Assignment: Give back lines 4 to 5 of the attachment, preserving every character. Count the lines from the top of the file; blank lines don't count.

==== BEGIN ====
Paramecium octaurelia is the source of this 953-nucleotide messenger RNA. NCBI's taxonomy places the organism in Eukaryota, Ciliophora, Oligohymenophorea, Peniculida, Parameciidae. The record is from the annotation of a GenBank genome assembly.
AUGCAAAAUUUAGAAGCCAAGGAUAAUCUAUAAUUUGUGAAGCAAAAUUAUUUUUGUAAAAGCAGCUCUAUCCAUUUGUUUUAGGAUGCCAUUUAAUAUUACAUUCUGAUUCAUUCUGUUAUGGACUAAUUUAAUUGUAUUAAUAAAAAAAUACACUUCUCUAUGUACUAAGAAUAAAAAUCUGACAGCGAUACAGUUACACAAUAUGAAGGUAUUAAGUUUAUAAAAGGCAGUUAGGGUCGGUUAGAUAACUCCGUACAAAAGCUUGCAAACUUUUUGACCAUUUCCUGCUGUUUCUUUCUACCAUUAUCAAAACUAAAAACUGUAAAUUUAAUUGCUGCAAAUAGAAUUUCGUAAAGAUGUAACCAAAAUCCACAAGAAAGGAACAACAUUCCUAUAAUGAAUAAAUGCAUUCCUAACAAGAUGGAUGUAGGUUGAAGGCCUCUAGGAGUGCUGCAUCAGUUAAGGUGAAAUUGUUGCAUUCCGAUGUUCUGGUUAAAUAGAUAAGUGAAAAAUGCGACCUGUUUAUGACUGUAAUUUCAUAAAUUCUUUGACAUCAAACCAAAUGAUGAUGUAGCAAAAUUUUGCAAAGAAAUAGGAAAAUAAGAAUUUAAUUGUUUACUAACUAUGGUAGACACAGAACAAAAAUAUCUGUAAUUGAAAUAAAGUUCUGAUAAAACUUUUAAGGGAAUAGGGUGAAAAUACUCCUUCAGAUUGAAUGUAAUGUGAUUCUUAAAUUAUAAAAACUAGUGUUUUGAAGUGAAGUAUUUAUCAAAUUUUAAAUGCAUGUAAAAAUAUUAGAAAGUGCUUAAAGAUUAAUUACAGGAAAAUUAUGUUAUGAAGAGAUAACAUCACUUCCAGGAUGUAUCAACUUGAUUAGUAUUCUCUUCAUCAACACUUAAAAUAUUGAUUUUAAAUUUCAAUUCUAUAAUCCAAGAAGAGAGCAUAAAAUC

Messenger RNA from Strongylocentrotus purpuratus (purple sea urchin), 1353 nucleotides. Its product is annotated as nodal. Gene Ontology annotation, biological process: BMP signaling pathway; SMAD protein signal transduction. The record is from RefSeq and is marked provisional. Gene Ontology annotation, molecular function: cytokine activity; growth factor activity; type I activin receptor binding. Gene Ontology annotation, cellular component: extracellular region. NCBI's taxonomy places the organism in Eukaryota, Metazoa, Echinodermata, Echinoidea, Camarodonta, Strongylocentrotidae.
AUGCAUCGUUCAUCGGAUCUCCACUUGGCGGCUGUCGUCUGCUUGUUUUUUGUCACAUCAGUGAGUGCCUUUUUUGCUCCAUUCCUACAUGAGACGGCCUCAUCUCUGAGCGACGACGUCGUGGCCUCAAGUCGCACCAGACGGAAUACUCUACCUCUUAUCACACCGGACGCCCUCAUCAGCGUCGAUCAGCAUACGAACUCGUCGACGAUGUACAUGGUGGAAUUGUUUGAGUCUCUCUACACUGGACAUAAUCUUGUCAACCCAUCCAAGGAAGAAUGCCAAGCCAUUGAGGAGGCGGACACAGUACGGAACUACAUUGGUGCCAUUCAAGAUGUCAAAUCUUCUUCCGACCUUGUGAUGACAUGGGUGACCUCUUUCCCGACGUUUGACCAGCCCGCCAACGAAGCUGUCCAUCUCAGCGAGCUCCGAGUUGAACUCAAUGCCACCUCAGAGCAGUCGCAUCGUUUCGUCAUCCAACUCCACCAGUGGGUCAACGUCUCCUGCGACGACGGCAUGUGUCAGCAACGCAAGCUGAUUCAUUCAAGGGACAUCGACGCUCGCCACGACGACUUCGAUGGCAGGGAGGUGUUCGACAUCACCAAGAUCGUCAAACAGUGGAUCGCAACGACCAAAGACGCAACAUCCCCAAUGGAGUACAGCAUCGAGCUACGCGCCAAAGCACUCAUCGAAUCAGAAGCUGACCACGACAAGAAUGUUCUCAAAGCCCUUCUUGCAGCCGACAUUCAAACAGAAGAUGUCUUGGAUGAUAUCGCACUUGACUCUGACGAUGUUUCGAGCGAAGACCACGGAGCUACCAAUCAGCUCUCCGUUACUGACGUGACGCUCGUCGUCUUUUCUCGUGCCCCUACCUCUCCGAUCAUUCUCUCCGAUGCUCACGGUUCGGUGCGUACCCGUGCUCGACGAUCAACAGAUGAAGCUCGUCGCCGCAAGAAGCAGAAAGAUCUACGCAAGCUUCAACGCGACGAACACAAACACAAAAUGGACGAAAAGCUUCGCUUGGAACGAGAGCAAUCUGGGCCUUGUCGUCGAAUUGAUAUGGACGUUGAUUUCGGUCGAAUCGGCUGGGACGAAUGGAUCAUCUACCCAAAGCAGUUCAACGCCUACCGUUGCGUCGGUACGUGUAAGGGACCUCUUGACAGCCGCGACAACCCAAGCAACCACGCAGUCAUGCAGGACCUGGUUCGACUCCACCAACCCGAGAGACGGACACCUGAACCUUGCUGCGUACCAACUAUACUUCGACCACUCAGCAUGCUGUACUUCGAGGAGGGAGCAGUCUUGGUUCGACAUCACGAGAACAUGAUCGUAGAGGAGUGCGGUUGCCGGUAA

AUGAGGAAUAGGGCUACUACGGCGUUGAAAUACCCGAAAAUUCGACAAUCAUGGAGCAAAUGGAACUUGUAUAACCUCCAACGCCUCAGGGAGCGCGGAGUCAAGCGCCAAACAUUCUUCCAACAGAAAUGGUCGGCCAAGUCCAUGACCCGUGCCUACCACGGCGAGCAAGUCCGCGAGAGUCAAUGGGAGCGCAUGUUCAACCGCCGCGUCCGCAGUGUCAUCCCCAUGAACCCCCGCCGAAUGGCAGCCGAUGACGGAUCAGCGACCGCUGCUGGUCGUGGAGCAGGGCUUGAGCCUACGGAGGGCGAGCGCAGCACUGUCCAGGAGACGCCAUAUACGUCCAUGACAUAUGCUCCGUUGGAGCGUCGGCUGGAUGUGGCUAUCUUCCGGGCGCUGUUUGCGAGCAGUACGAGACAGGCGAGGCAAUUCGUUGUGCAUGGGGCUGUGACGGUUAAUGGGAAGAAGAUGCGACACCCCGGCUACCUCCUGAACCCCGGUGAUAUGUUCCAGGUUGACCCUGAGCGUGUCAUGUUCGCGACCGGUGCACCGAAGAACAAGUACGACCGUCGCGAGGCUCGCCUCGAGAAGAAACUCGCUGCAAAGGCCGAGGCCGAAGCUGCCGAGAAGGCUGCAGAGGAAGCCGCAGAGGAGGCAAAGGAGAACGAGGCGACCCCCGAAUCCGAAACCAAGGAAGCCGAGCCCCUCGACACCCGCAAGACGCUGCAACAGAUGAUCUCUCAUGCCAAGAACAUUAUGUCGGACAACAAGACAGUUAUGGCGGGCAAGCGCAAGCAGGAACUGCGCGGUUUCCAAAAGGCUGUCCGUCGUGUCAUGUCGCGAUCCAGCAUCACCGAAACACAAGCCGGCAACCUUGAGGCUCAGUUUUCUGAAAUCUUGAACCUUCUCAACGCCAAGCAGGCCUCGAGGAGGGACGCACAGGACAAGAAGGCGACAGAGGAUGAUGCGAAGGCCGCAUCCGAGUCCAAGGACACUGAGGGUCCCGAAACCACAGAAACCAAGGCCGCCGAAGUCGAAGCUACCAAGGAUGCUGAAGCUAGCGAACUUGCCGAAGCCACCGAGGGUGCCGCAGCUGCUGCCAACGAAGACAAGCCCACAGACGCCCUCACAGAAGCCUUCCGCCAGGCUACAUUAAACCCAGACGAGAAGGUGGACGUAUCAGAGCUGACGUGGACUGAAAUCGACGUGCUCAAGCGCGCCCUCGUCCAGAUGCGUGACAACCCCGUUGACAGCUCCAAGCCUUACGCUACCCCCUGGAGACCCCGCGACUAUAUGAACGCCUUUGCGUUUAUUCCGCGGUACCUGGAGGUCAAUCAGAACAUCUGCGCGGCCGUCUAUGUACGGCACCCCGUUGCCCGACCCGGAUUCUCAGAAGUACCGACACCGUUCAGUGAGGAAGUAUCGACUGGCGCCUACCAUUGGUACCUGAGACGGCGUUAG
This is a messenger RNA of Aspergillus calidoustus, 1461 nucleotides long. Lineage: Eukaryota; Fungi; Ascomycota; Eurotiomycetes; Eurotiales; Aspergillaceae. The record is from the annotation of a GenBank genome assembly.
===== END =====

AUGCAUCGUUCAUCGGAUCUCCACUUGGCGGCUGUCGUCUGCUUGUUUUUUGUCACAUCAGUGAGUGCCUUUUUUGCUCCAUUCCUACAUGAGACGGCCUCAUCUCUGAGCGACGACGUCGUGGCCUCAAGUCGCACCAGACGGAAUACUCUACCUCUUAUCACACCGGACGCCCUCAUCAGCGUCGAUCAGCAUACGAACUCGUCGACGAUGUACAUGGUGGAAUUGUUUGAGUCUCUCUACACUGGACAUAAUCUUGUCAACCCAUCCAAGGAAGAAUGCCAAGCCAUUGAGGAGGCGGACACAGUACGGAACUACAUUGGUGCCAUUCAAGAUGUCAAAUCUUCUUCCGACCUUGUGAUGACAUGGGUGACCUCUUUCCCGACGUUUGACCAGCCCGCCAACGAAGCUGUCCAUCUCAGCGAGCUCCGAGUUGAACUCAAUGCCACCUCAGAGCAGUCGCAUCGUUUCGUCAUCCAACUCCACCAGUGGGUCAACGUCUCCUGCGACGACGGCAUGUGUCAGCAACGCAAGCUGAUUCAUUCAAGGGACAUCGACGCUCGCCACGACGACUUCGAUGGCAGGGAGGUGUUCGACAUCACCAAGAUCGUCAAACAGUGGAUCGCAACGACCAAAGACGCAACAUCCCCAAUGGAGUACAGCAUCGAGCUACGCGCCAAAGCACUCAUCGAAUCAGAAGCUGACCACGACAAGAAUGUUCUCAAAGCCCUUCUUGCAGCCGACAUUCAAACAGAAGAUGUCUUGGAUGAUAUCGCACUUGACUCUGACGAUGUUUCGAGCGAAGACCACGGAGCUACCAAUCAGCUCUCCGUUACUGACGUGACGCUCGUCGUCUUUUCUCGUGCCCCUACCUCUCCGAUCAUUCUCUCCGAUGCUCACGGUUCGGUGCGUACCCGUGCUCGACGAUCAACAGAUGAAGCUCGUCGCCGCAAGAAGCAGAAAGAUCUACGCAAGCUUCAACGCGACGAACACAAACACAAAAUGGACGAAAAGCUUCGCUUGGAACGAGAGCAAUCUGGGCCUUGUCGUCGAAUUGAUAUGGACGUUGAUUUCGGUCGAAUCGGCUGGGACGAAUGGAUCAUCUACCCAAAGCAGUUCAACGCCUACCGUUGCGUCGGUACGUGUAAGGGACCUCUUGACAGCCGCGACAACCCAAGCAACCACGCAGUCAUGCAGGACCUGGUUCGACUCCACCAACCCGAGAGACGGACACCUGAACCUUGCUGCGUACCAACUAUACUUCGACCACUCAGCAUGCUGUACUUCGAGGAGGGAGCAGUCUUGGUUCGACAUCACGAGAACAUGAUCGUAGAGGAGUGCGGUUGCCGGUAA

AUGAGGAAUAGGGCUACUACGGCGUUGAAAUACCCGAAAAUUCGACAAUCAUGGAGCAAAUGGAACUUGUAUAACCUCCAACGCCUCAGGGAGCGCGGAGUCAAGCGCCAAACAUUCUUCCAACAGAAAUGGUCGGCCAAGUCCAUGACCCGUGCCUACCACGGCGAGCAAGUCCGCGAGAGUCAAUGGGAGCGCAUGUUCAACCGCCGCGUCCGCAGUGUCAUCCCCAUGAACCCCCGCCGAAUGGCAGCCGAUGACGGAUCAGCGACCGCUGCUGGUCGUGGAGCAGGGCUUGAGCCUACGGAGGGCGAGCGCAGCACUGUCCAGGAGACGCCAUAUACGUCCAUGACAUAUGCUCCGUUGGAGCGUCGGCUGGAUGUGGCUAUCUUCCGGGCGCUGUUUGCGAGCAGUACGAGACAGGCGAGGCAAUUCGUUGUGCAUGGGGCUGUGACGGUUAAUGGGAAGAAGAUGCGACACCCCGGCUACCUCCUGAACCCCGGUGAUAUGUUCCAGGUUGACCCUGAGCGUGUCAUGUUCGCGACCGGUGCACCGAAGAACAAGUACGACCGUCGCGAGGCUCGCCUCGAGAAGAAACUCGCUGCAAAGGCCGAGGCCGAAGCUGCCGAGAAGGCUGCAGAGGAAGCCGCAGAGGAGGCAAAGGAGAACGAGGCGACCCCCGAAUCCGAAACCAAGGAAGCCGAGCCCCUCGACACCCGCAAGACGCUGCAACAGAUGAUCUCUCAUGCCAAGAACAUUAUGUCGGACAACAAGACAGUUAUGGCGGGCAAGCGCAAGCAGGAACUGCGCGGUUUCCAAAAGGCUGUCCGUCGUGUCAUGUCGCGAUCCAGCAUCACCGAAACACAAGCCGGCAACCUUGAGGCUCAGUUUUCUGAAAUCUUGAACCUUCUCAACGCCAAGCAGGCCUCGAGGAGGGACGCACAGGACAAGAAGGCGACAGAGGAUGAUGCGAAGGCCGCAUCCGAGUCCAAGGACACUGAGGGUCCCGAAACCACAGAAACCAAGGCCGCCGAAGUCGAAGCUACCAAGGAUGCUGAAGCUAGCGAACUUGCCGAAGCCACCGAGGGUGCCGCAGCUGCUGCCAACGAAGACAAGCCCACAGACGCCCUCACAGAAGCCUUCCGCCAGGCUACAUUAAACCCAGACGAGAAGGUGGACGUAUCAGAGCUGACGUGGACUGAAAUCGACGUGCUCAAGCGCGCCCUCGUCCAGAUGCGUGACAACCCCGUUGACAGCUCCAAGCCUUACGCUACCCCCUGGAGACCCCGCGACUAUAUGAACGCCUUUGCGUUUAUUCCGCGGUACCUGGAGGUCAAUCAGAACAUCUGCGCGGCCGUCUAUGUACGGCACCCCGUUGCCCGACCCGGAUUCUCAGAAGUACCGACACCGUUCAGUGAGGAAGUAUCGACUGGCGCCUACCAUUGGUACCUGAGACGGCGUUAG